When the Cash runs out — Trade Tokens

Trade tokens originally came into existence as a by-product of complex economic forces. However, they are much more than  that. As may be seen from the few examples shown here, they also form an important record of the history of towns, and indeed whole regions. The tokens show the names of the banks and businesses of sufficient size to be able to finance their production. They are therefore an important piece of social history and have been collected almost since their creation — it is tempting to wonder whether future collectors will view the local currency recently brought into use in Yeovil in the same way.

On many occasions throughout history, Britain has suffered from a shortage of the small coinage necessary to meet the needs of the population. Apart from an extension to the existing barter system, the most significant solution to the problems this caused  was the production of an alternative currency in the form of “tokens”. In 1300, Edward I issued leathern money to free up silver coinage to pay his army and particularly the mercenaries within it. In 1613, James I sanctioned a lucrative monopoly to issue farthing tokens made of copper. Later, following the civil and financial disruption of the English Civil Wars, many tradesmen began making their own tokens for use in their local area.

The industrial revolution only exacerbated this problem, due both to increasing prosperity and to a rise in the number of people directly employed in industry where barter was less prevalent than among the farming community. During the eighteenth century the Mint issued very little silver coinage and in 1797 and 1804, the expedient of ‘stamping the mark of the King’s Head used at Goldsmiths’ Hall for distinguishing the Plate of this kingdom’ (the duty mark) on Spanish dollars was used.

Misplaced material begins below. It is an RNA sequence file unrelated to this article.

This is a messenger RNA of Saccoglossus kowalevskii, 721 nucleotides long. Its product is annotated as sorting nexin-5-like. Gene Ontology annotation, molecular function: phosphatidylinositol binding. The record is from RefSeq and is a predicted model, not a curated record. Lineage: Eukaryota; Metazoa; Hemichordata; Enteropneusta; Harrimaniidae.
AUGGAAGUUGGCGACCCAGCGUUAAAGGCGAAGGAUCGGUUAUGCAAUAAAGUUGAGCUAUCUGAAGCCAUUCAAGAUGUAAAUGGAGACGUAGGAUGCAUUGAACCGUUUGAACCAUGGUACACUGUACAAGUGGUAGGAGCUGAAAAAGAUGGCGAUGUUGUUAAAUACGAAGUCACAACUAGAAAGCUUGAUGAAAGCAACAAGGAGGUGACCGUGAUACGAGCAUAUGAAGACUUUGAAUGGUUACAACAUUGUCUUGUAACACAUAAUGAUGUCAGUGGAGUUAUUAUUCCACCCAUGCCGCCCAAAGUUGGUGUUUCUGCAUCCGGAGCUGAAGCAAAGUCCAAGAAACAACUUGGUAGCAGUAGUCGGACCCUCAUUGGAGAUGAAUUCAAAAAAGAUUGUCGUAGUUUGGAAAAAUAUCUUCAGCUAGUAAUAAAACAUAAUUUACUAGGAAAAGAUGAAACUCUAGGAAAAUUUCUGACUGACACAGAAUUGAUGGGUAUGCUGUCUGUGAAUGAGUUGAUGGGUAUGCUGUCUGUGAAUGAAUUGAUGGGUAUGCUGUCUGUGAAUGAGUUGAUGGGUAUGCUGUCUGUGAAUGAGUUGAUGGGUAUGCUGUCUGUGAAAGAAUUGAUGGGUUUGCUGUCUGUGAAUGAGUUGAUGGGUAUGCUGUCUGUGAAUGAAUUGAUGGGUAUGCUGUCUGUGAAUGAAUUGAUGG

Meanwhile the cost of the conflict with Napoleon and the interruption of trade it entailed, contributed to an ongoing financial crisis which made the situation even worse. It was these circumstances that led to the dramatic increase in the production and use of silver tokens between 1811 and 1816. The key difference between silver tokens and silver coins was that silver coins had a face value with a direct link to that of the value of the bullion they contained, whereas tokens did not.

SN 2524

In 1804, the Bank of Ireland had received official sanction to issue silver tokens (see stock number 2524) and in 1811 the Bank of England followed suit (see stock number 2490). In July 1811, the first group of towns was given permission to issue tokens for local use and this scheme was rapidly extended.


Between 1811 and 25th July 1813 some 300 locations in Britain had issued trade tokens.  By this time there were even tokens issued without any territorial designation, although these were comparatively rare (see stock number 2541). This lack of regulation was not welcomed either by the British Government or the Bank of England.  In July 1813 an act was passed to limit the issue of private tokens. By 1814, an improvement in the international situation coupled with an increasing income from trade meant that a more permanent solution could be envisaged. New coins were minted and issued and the 1816 re-coinage, although not a complete solution, was an improvement on the use of both Spanish dollars and tokens.

SN 2541

By 1900, one Maberley Phillips (numismatist) ascertained that the Bank of England did not have "a single specimen of her token coinage, some millions of which were issued under her directions, and for twenty years formed the principal silver circulation of the metropolis and probably of the nation."

Luke Schrager

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